Many patients with pulmonary diseases, such as acute respiratory distress syndrome and emphysema, require hyperoxia to maintain adequate tissue oxygenation. However, hyperoxia although beneficial can further perpetuate/exacerbate acute lung injury (ALI). Through a genetic linkage analysis, we have first identified Nrf2 transcription factor as an important candidate gene that regulates hyperoxic lung injury (HLI). The overall objective of the previous proposal was to examine the role of Nrf2 and its downstream target genes involved in HLI. During the last funding period, we have shown that Nrf2-deficient (Nrf2-/-) mice have a greater susceptibility to hyperoxia induced lung injury and inflammatory responses, compared with wildtype (Nrf2+/+) mice. This was primarily due to a diminished lower level of both basal and inducible expression of antioxidant enzymes (AOEs), which are critical to detoxify reactive oxygen (ROS) and/or nitrogen (RNS) species, in Nrf2-/- mice. Genetic variations appear to play a significant role in modulating the development of complex disorders such as ALI. Since NRF2 is a master regulator of cellular oxidative stress, a major determinant that can contribute to ALI, we have analyzed polymorphisms in the coding and non-coding regions of NRF2 gene. To this end, we found novel functional single nucleotide polymorphisms (SNPs) in the promoter region of NRF2 that were associated with at-risk patients with major trauma. Thus, our preliminary findings provide an important framework for expanding the scope of this project to determine the functional relevance of NRF2 promoter polymorphisms. We hypothesize that perturbation either in specific signaling or factors controlling the NRF2 expression and activation may result in lower levels of antioxidant enzyme expression, thereby contributing to or enhancing susceptibility to the development of respiratory pathogenesis. To test our hypothesis, we propose the following four Specific Aims: 1) To determine the functional importance of novel SNPs in regulation of NRF2 transcription. 2) To Identify the trans-factor(s) that modulate NRF2 transcription and determine whether or not the binding of these transcriptional factors to the NRF2 promoter is altered by hyperoxia and relevant to the SNPs. 3) Elucidate the signal transduction pathways that lead to NRF2 dissociation from the NRF2:KEAP1 complex in response to acute and chronic hyperoxia exposure in vitro. 4) Investigate whether PI3K-Akt signaling via Nrf2 regulates HLI and whether boosting antioxidant gene expression by activating Nrf2 using a synthetic triterpenoid, which work at very low doses, will confer protection against HLI in mice. Our overall findings may have important implications to identify the effector mechanisms causing susceptibility to ALI and may be helpful to modulate the development of this complex disorder and other respiratory diseases that have been linked to oxidant stress. In addition, the results of this study will provide a strong rationale to further explore the use of this triterpenoid as potential therapeutic agents in modulating HLI. NRF2-dependent transcriptional response is vital to mitigate cellular stress induced by various oxidants and toxicants, our overall findings may have important implications to identify the effector mechanisms causing susceptibility to acute lung injury and may be helpful to modulate development of this complex disorder and other respiratory diseases that have been linked to oxidant stress.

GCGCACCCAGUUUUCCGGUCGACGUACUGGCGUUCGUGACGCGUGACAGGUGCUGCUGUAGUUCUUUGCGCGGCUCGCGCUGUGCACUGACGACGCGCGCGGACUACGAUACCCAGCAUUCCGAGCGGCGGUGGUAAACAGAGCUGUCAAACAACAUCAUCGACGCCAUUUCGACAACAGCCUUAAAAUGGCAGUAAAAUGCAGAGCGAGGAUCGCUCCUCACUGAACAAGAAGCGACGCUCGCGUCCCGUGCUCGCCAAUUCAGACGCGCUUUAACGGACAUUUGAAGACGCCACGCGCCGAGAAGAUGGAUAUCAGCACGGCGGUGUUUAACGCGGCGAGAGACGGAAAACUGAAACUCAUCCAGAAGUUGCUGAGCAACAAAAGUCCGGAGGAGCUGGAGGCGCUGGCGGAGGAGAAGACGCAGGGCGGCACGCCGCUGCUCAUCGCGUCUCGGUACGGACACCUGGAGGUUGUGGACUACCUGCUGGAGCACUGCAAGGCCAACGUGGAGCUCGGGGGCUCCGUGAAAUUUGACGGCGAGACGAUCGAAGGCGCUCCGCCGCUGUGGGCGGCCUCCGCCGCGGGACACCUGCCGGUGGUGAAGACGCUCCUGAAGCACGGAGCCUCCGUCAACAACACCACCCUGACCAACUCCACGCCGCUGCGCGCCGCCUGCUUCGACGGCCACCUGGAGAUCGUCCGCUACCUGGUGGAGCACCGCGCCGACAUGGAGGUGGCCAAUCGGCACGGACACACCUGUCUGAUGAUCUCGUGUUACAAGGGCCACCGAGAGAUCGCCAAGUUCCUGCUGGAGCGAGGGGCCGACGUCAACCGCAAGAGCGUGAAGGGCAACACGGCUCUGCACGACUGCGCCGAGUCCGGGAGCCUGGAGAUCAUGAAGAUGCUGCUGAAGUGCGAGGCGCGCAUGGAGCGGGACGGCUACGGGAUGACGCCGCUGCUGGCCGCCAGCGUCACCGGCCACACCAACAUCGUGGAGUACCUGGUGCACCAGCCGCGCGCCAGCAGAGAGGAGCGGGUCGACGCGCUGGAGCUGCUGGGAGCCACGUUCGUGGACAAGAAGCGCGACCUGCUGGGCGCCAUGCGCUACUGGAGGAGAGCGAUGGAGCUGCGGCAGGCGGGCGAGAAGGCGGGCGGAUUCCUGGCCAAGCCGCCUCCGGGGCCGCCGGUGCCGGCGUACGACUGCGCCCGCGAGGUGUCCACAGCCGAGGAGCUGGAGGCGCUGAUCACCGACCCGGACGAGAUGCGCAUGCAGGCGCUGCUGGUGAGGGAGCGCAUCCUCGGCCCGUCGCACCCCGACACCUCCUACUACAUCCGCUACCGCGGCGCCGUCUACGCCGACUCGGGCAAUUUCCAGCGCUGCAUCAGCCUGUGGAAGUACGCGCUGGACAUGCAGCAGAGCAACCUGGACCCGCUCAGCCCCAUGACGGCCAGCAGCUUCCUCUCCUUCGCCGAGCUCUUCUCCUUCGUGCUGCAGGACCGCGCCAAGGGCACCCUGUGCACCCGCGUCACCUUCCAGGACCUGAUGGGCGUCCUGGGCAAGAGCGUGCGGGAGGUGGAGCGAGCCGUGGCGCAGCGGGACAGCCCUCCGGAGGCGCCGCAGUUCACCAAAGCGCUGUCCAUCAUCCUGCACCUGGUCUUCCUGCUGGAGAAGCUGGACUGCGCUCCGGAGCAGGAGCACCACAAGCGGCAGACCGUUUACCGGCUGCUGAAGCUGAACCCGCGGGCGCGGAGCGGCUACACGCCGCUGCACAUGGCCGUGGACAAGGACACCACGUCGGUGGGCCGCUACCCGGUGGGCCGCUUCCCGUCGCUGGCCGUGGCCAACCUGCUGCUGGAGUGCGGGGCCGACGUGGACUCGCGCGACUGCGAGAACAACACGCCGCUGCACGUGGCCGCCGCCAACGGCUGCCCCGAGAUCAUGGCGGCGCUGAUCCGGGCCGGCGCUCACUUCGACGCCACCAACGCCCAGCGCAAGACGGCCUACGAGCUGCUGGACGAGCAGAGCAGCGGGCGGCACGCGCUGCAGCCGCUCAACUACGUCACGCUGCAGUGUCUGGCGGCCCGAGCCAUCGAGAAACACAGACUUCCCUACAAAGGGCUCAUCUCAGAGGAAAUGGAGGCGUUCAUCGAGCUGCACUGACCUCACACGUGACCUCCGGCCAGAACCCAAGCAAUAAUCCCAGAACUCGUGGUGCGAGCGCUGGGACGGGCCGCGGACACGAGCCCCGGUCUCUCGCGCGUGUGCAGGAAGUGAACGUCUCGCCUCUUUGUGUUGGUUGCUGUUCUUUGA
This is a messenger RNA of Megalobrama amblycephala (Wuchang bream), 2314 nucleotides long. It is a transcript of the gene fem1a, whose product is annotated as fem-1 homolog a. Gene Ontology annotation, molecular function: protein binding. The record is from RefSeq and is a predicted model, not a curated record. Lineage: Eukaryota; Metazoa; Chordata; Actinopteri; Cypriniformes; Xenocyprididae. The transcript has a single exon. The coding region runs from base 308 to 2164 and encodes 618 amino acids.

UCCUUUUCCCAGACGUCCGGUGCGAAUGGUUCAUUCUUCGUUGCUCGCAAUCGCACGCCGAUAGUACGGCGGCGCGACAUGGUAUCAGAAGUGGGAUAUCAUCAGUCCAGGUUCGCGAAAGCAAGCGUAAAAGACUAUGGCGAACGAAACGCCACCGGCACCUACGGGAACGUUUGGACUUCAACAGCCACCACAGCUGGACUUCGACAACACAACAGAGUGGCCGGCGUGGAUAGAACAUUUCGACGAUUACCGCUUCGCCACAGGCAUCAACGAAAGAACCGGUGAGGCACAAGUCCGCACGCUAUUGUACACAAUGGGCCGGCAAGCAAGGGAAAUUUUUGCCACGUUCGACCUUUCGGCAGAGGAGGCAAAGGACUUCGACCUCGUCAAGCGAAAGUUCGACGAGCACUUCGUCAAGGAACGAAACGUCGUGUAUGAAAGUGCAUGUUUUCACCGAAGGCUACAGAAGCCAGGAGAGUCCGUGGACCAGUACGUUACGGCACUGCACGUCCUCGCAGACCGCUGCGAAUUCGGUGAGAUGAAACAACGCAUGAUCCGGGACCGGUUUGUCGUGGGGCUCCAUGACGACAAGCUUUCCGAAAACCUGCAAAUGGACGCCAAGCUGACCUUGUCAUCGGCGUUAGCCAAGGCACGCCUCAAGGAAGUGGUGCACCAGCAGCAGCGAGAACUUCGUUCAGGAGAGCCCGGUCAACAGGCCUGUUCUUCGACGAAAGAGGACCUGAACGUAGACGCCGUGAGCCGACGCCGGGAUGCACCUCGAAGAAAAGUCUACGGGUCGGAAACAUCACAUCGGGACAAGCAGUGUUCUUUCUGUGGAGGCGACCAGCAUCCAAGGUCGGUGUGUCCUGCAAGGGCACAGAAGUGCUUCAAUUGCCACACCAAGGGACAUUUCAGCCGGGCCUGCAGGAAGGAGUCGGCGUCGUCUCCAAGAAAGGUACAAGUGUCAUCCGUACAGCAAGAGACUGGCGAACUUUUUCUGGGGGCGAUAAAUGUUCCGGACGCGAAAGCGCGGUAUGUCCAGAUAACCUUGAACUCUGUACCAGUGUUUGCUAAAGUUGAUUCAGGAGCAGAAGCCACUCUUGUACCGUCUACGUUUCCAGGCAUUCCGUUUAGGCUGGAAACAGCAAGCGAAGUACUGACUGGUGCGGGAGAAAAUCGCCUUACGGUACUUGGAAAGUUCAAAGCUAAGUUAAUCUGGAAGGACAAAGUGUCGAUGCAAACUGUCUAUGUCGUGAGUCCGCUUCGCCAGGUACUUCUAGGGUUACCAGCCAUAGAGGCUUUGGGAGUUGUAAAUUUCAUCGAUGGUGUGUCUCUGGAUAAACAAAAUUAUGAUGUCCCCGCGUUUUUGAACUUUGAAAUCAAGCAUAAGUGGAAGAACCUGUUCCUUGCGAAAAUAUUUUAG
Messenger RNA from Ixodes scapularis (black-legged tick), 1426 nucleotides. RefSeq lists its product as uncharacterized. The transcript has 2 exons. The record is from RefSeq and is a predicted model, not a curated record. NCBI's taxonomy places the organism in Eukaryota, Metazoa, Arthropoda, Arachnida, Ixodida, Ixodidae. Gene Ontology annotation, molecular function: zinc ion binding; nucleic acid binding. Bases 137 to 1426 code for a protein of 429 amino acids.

Agency